New Delhi: Civil aviation regulator DGCA has drafted rules for licensing of air traffic control officers (ATCOs) and would soon be sending them to the government for approval.
The ATCOs licensing rules have already been drafted and "we will be sending them for government approval very soon," official sources said today.
After the rules are approved by the government and notified, the ATCOs would be subjected to licensing by the Directorate General of Civil Aviation`s newly-established Air Traffic Management Directorate, the sources said.
India is facing an acute shortage of ATCOs, with the recent official figures showing that there were a total of 1,630 ATC officers as against a sanctioned strength of 2,107 despite a recruitment drive being initiated.
This has led to heightening of workload on the ATCOs. The Justice Lahoti Commission, which went into the mid-air collision over Charkhi Dadri near Delhi in November 1996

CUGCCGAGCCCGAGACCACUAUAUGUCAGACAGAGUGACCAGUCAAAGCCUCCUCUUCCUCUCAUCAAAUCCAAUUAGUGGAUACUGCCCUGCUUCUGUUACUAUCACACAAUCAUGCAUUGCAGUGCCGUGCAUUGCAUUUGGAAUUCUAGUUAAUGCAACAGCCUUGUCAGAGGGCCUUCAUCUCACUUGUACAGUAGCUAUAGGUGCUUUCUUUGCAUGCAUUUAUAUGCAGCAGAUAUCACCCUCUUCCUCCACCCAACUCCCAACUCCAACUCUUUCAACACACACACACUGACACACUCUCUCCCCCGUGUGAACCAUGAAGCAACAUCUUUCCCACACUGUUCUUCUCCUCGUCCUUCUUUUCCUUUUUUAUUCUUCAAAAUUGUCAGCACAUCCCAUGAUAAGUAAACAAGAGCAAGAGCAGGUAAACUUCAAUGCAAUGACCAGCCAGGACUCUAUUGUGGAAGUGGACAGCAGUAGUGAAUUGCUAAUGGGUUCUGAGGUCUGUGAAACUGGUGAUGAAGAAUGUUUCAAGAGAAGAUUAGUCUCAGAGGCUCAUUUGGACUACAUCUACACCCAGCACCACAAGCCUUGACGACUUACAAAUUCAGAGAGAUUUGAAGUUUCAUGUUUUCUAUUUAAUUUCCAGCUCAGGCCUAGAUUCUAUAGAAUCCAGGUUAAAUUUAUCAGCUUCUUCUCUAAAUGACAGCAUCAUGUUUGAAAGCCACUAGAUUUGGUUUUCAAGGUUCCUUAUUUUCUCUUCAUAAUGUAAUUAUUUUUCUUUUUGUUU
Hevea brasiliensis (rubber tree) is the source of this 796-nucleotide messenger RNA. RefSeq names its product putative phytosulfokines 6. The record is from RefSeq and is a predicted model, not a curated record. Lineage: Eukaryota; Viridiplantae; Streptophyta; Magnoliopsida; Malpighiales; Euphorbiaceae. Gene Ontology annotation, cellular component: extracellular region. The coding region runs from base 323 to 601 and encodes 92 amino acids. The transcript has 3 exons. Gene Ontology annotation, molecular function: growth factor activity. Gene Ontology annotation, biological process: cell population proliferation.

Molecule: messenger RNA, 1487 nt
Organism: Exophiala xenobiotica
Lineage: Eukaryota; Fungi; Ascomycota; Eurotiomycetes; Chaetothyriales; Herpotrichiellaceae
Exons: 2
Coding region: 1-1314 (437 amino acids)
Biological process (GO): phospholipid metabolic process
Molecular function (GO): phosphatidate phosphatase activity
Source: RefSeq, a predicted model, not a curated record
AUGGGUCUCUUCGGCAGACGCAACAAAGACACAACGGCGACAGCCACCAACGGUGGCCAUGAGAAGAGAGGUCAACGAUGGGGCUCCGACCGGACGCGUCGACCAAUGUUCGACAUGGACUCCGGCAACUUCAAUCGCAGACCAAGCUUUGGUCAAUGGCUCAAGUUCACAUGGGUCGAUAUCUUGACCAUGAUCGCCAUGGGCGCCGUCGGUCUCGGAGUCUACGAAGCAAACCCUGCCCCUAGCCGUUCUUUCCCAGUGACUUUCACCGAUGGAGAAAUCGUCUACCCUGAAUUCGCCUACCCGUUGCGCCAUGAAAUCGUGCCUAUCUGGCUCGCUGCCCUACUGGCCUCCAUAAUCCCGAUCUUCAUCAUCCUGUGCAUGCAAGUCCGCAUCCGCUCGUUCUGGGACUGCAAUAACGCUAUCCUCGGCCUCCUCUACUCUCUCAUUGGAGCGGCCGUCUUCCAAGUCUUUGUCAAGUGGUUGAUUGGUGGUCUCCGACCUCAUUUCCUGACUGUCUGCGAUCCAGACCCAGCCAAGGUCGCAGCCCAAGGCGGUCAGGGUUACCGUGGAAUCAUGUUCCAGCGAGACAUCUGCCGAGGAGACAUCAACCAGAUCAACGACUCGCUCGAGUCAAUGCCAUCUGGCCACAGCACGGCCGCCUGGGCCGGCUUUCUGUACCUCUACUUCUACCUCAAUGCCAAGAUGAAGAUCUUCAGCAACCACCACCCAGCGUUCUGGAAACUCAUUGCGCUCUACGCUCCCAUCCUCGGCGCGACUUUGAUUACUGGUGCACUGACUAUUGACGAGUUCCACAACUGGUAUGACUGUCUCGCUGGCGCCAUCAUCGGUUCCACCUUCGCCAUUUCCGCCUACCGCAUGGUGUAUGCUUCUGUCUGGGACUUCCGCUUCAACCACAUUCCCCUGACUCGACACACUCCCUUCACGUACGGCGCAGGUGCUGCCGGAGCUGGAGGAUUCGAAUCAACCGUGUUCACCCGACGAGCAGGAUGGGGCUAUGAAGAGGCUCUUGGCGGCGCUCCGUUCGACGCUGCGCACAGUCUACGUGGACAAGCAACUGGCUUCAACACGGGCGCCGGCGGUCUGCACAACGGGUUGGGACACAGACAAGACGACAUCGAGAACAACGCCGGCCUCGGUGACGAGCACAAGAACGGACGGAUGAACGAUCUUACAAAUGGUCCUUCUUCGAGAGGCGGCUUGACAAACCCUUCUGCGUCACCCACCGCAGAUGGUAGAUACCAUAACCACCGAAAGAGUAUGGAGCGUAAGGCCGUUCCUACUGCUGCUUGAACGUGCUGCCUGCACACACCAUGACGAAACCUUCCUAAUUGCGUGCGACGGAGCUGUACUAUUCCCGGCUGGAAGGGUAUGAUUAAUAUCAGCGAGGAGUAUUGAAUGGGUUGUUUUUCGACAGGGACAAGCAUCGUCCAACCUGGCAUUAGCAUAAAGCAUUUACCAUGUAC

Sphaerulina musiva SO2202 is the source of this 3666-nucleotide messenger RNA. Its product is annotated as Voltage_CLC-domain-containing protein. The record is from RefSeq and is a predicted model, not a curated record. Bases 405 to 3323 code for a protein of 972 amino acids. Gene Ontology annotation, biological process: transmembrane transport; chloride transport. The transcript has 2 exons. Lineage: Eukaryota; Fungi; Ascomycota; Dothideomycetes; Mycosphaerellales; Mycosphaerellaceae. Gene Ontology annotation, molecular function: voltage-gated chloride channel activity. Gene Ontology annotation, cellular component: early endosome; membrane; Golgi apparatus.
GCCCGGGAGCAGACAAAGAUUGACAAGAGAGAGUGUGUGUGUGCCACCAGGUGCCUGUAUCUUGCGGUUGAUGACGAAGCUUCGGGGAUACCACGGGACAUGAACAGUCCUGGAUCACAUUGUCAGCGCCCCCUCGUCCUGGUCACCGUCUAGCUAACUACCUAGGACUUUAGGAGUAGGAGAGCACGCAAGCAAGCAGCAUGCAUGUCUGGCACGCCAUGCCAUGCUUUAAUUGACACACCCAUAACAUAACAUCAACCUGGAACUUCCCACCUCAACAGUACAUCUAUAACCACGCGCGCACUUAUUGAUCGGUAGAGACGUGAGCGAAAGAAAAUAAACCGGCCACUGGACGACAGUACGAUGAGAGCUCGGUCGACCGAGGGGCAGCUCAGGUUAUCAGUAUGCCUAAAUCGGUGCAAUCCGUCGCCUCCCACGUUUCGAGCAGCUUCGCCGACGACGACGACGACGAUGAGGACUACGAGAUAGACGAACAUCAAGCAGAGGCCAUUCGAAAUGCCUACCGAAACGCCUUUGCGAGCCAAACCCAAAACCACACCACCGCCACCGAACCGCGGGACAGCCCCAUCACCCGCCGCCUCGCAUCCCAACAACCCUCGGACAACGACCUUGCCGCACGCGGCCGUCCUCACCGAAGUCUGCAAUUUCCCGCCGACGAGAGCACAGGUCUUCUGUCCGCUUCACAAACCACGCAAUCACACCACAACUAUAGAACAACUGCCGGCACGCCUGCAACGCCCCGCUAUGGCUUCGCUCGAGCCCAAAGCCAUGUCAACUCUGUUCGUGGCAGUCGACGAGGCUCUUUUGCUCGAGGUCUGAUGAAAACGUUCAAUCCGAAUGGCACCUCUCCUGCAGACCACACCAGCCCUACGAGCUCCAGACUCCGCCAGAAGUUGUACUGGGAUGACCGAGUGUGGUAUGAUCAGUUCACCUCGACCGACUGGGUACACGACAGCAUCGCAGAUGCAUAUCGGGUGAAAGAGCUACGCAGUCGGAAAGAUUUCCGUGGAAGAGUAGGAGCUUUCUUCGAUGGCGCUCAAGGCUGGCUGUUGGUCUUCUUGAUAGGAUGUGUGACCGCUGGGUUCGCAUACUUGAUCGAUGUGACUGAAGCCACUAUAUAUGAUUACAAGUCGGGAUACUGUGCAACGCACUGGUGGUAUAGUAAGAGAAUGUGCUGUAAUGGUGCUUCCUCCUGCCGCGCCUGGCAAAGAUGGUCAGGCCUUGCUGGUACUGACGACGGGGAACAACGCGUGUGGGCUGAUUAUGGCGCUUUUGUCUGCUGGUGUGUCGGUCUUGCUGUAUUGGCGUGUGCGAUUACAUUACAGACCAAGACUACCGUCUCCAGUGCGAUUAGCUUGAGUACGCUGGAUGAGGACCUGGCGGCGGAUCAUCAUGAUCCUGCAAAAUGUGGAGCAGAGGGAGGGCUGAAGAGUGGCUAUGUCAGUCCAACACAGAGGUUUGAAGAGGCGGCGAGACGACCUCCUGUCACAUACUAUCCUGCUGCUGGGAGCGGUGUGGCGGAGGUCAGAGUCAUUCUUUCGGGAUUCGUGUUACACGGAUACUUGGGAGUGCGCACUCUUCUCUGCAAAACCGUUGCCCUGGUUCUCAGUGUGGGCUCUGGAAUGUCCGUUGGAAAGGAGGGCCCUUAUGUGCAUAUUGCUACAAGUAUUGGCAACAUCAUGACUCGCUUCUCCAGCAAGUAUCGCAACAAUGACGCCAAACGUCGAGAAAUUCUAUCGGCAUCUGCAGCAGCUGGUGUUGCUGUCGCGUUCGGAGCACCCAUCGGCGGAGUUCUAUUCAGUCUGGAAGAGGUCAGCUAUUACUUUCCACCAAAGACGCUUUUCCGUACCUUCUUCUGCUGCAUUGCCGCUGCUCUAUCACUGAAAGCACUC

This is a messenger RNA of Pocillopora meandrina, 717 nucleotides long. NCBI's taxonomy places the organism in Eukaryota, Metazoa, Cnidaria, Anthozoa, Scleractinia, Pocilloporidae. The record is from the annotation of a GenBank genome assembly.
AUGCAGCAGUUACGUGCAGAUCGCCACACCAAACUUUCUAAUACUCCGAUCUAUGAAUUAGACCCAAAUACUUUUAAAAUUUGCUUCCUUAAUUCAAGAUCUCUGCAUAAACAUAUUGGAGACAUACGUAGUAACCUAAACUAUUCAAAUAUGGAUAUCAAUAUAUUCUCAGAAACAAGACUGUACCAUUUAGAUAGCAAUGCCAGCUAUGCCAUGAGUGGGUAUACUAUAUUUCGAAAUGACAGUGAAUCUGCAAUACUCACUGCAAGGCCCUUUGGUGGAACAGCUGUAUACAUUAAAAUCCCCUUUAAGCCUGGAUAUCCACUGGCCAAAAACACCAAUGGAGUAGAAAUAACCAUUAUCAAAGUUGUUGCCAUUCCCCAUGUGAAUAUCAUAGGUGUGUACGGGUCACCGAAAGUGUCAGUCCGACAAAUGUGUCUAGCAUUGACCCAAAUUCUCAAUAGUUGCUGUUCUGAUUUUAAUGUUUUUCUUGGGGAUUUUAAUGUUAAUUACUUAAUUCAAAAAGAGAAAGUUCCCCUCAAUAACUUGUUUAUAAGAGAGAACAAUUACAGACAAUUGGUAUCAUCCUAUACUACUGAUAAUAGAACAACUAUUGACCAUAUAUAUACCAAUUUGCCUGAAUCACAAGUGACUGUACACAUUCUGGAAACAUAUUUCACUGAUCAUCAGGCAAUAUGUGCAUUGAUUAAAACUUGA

killing all 349 people on board the two aircraft, had also pointed this out several years ago.
The Commission had observed that "the workload of the (air traffic) controller was definitively excessive". It had also observed that "the Indian government adopted an Open sky policy but the same has...resulted in...tremendous increase in air traffic without matching additions to ATC infrastructure".
The sources said the licensing of ATCOs would be based on international standards as per the parameters laid down by the UN-body, International Civil Aviation Organisation.
Regarding training and re-training facilities for the ATCOs, they said at present ATCOs undergo a 6-month to a year long training at the Allahabad-based Civil Aviation Training
College, before being inducted into active work.
Several globally reputed organisations were in talks with the Civil Aviation Ministry and the DGCA to help set up new training facilities for ATCOs in the country, the sources
The decision to license ATCOs was taken on the basis of recommendations of a committee on the civil aviation sector, headed by former Civil Aviation Secretary M K Kaw.
Following this, the Aircraft Act of 1934 was amended to empower the government regulator to do licensing of the personnel engaged in air traffic control.
The amendment also empowered DGCA to carry out certification, inspection and regulation of the Communication, Navigation and Surveillance/Air Traffic Management (CNS/ATM) facilities in the country.